Our next surprise was an appearance by John Legend and his version of “Imagine.”
There were awards and stories about several people who have been working very hard to fight poverty (both its causes and results) around the world. There was the Haitian soccer player who has a prosthetic leg and hopes to make the Haitian Olympic soccer team. Urmi Basu, who runs an Indian organization (Half the Sky) to educate and shelter girls and women who are at high risk in red-light districts. Edna Adan from Somaliland, who trained as a midwife in the UK and then went back to her country to train other women and build birthing centers, which have lowered the by 75% the deaths by childbirth. There was the Canadian Rotarian who contracted polio as infant in India and was adopted by a Yukon couple and now he works to eradicate polio. There was an unintentional funny moment when Sophia Bush introduced a woman who is working to build schools worldwide and when the older woman got her chance to speak she said, “Thank you, Sonya” and Mrs. Devereaux started riffing on the old woman shoving young Sophia out of the way and declaring this to be her moment and I was cracking up.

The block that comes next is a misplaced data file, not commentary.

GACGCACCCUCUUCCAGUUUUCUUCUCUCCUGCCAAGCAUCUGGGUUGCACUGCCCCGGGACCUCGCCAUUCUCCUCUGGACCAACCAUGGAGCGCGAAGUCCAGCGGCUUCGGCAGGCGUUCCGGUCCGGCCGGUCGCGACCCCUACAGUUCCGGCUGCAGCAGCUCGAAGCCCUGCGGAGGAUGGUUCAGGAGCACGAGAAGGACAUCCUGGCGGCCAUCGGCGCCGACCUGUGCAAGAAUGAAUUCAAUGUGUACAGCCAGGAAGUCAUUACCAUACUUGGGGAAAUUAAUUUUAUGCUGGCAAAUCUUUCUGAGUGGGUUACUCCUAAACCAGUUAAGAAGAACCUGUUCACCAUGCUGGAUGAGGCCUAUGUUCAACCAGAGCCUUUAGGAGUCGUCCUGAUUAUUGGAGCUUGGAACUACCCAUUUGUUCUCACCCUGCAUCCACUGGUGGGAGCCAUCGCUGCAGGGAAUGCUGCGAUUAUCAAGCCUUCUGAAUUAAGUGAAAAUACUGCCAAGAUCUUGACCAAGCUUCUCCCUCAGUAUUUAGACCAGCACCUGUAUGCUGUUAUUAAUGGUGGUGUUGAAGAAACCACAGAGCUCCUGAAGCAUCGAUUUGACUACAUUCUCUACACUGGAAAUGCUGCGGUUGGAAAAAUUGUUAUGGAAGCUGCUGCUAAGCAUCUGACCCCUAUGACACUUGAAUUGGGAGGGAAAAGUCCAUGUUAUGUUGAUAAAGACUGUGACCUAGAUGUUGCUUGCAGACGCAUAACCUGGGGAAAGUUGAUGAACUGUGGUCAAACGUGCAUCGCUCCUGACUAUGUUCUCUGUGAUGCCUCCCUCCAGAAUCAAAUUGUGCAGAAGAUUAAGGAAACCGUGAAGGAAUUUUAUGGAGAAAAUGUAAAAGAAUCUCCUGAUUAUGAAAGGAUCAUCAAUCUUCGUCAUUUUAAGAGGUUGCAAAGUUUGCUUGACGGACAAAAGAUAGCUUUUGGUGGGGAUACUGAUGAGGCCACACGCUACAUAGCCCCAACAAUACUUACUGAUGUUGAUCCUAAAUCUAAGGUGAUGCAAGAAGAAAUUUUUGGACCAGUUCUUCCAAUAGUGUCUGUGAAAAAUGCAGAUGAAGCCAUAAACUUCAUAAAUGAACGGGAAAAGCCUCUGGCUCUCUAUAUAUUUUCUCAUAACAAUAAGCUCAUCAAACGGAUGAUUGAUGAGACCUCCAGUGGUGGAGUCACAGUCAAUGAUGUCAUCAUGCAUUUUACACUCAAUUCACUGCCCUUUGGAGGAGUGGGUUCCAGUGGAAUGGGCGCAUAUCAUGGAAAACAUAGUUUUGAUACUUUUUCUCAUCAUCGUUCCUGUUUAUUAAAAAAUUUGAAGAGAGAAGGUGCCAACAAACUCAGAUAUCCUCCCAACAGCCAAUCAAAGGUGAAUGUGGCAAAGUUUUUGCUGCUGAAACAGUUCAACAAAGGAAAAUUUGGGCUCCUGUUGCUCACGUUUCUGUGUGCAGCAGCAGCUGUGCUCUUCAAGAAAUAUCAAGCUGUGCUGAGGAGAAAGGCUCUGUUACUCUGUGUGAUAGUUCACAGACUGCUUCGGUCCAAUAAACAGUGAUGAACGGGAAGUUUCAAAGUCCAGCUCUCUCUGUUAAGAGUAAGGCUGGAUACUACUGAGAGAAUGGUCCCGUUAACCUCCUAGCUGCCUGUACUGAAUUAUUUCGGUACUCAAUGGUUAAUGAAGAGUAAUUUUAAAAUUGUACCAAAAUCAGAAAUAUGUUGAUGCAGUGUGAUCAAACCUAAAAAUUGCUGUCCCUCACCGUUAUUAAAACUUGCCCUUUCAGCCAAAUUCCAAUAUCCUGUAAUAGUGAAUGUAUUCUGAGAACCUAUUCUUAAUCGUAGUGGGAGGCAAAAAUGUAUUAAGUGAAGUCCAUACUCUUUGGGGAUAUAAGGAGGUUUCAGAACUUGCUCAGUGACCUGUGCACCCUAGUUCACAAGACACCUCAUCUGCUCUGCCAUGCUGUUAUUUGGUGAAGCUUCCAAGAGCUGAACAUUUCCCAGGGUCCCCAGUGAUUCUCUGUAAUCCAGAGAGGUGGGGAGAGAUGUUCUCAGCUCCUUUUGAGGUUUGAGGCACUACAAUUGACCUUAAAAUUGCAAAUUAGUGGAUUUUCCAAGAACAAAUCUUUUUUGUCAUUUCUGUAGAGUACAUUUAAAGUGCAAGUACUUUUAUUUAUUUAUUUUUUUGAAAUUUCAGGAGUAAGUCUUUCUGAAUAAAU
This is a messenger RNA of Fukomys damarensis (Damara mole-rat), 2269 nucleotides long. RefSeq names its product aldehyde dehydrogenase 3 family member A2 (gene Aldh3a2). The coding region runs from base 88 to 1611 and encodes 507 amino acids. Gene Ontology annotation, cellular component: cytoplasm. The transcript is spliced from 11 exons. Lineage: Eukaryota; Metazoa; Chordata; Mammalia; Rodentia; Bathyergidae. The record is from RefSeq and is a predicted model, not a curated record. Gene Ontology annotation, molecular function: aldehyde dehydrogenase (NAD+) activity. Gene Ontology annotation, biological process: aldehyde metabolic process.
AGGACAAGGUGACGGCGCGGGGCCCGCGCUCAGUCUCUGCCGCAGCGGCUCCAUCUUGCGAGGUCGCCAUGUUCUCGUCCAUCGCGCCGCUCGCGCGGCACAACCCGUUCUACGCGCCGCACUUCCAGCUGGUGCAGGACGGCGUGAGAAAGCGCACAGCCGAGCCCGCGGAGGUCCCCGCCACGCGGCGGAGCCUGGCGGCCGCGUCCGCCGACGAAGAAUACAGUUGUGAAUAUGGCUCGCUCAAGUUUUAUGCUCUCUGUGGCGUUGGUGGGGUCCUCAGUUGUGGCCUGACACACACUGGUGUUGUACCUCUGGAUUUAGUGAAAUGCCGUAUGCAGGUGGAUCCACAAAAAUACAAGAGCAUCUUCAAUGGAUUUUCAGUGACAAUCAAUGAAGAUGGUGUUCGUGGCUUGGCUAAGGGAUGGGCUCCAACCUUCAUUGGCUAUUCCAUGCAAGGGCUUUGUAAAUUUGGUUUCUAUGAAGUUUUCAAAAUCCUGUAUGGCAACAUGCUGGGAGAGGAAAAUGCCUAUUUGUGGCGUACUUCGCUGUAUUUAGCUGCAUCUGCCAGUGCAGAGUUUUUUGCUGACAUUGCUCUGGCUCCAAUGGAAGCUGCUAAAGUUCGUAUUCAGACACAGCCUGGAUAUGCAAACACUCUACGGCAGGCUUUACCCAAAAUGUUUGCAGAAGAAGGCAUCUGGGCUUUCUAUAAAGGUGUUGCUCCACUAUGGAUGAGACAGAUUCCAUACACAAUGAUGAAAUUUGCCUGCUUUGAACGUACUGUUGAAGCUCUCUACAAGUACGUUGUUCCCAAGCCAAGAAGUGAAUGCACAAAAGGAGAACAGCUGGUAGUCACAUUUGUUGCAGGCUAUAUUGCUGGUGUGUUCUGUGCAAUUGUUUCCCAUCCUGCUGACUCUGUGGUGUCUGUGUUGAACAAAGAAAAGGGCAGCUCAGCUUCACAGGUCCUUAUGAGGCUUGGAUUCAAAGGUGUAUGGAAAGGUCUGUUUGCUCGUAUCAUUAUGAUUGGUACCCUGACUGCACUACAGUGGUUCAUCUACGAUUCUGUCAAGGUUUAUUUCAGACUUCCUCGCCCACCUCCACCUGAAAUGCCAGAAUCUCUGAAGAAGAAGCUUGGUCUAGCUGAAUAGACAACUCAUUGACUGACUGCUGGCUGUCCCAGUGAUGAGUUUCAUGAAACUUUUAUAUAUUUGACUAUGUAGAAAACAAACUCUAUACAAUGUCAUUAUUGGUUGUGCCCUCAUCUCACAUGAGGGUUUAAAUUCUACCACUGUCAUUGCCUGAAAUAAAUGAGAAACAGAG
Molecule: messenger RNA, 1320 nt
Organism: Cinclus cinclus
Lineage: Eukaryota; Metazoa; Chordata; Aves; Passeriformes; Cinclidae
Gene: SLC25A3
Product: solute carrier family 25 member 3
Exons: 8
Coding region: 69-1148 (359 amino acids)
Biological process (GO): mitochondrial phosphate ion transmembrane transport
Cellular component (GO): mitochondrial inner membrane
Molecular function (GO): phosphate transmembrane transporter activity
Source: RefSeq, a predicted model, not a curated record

The Black Keys were the first headlining band with a full non-headliner’s festival set. (That sentence makes sense if you think about it.) Dan Auerbach seemed awed by the experience and got increasingly pumped up by the crowd’s reactions to the band. “Broken Heart is Blind” was a highlight. They also performed “Money Maker,” “Howlin’ For You,” and ended with “I Got Mine.”
Dave Grohl came out alone to start a quiet version of “Times Like These” and then the rest of the Foo Fighters joined him for a riotous finish. Dave, as always, looked so thrilled to be there. He also must have the whitest and biggest teeth of anyone in rock and roll (with drummer Taylor Hawkins a close second). The band played “My Hero” and “All My Life” with the audience singing along to every word. He howled “Heeeeeeeeeeeey” and we howled back. They also played “Learn to Fly,” “Walk,” “Best of You,” and “Arlandria.”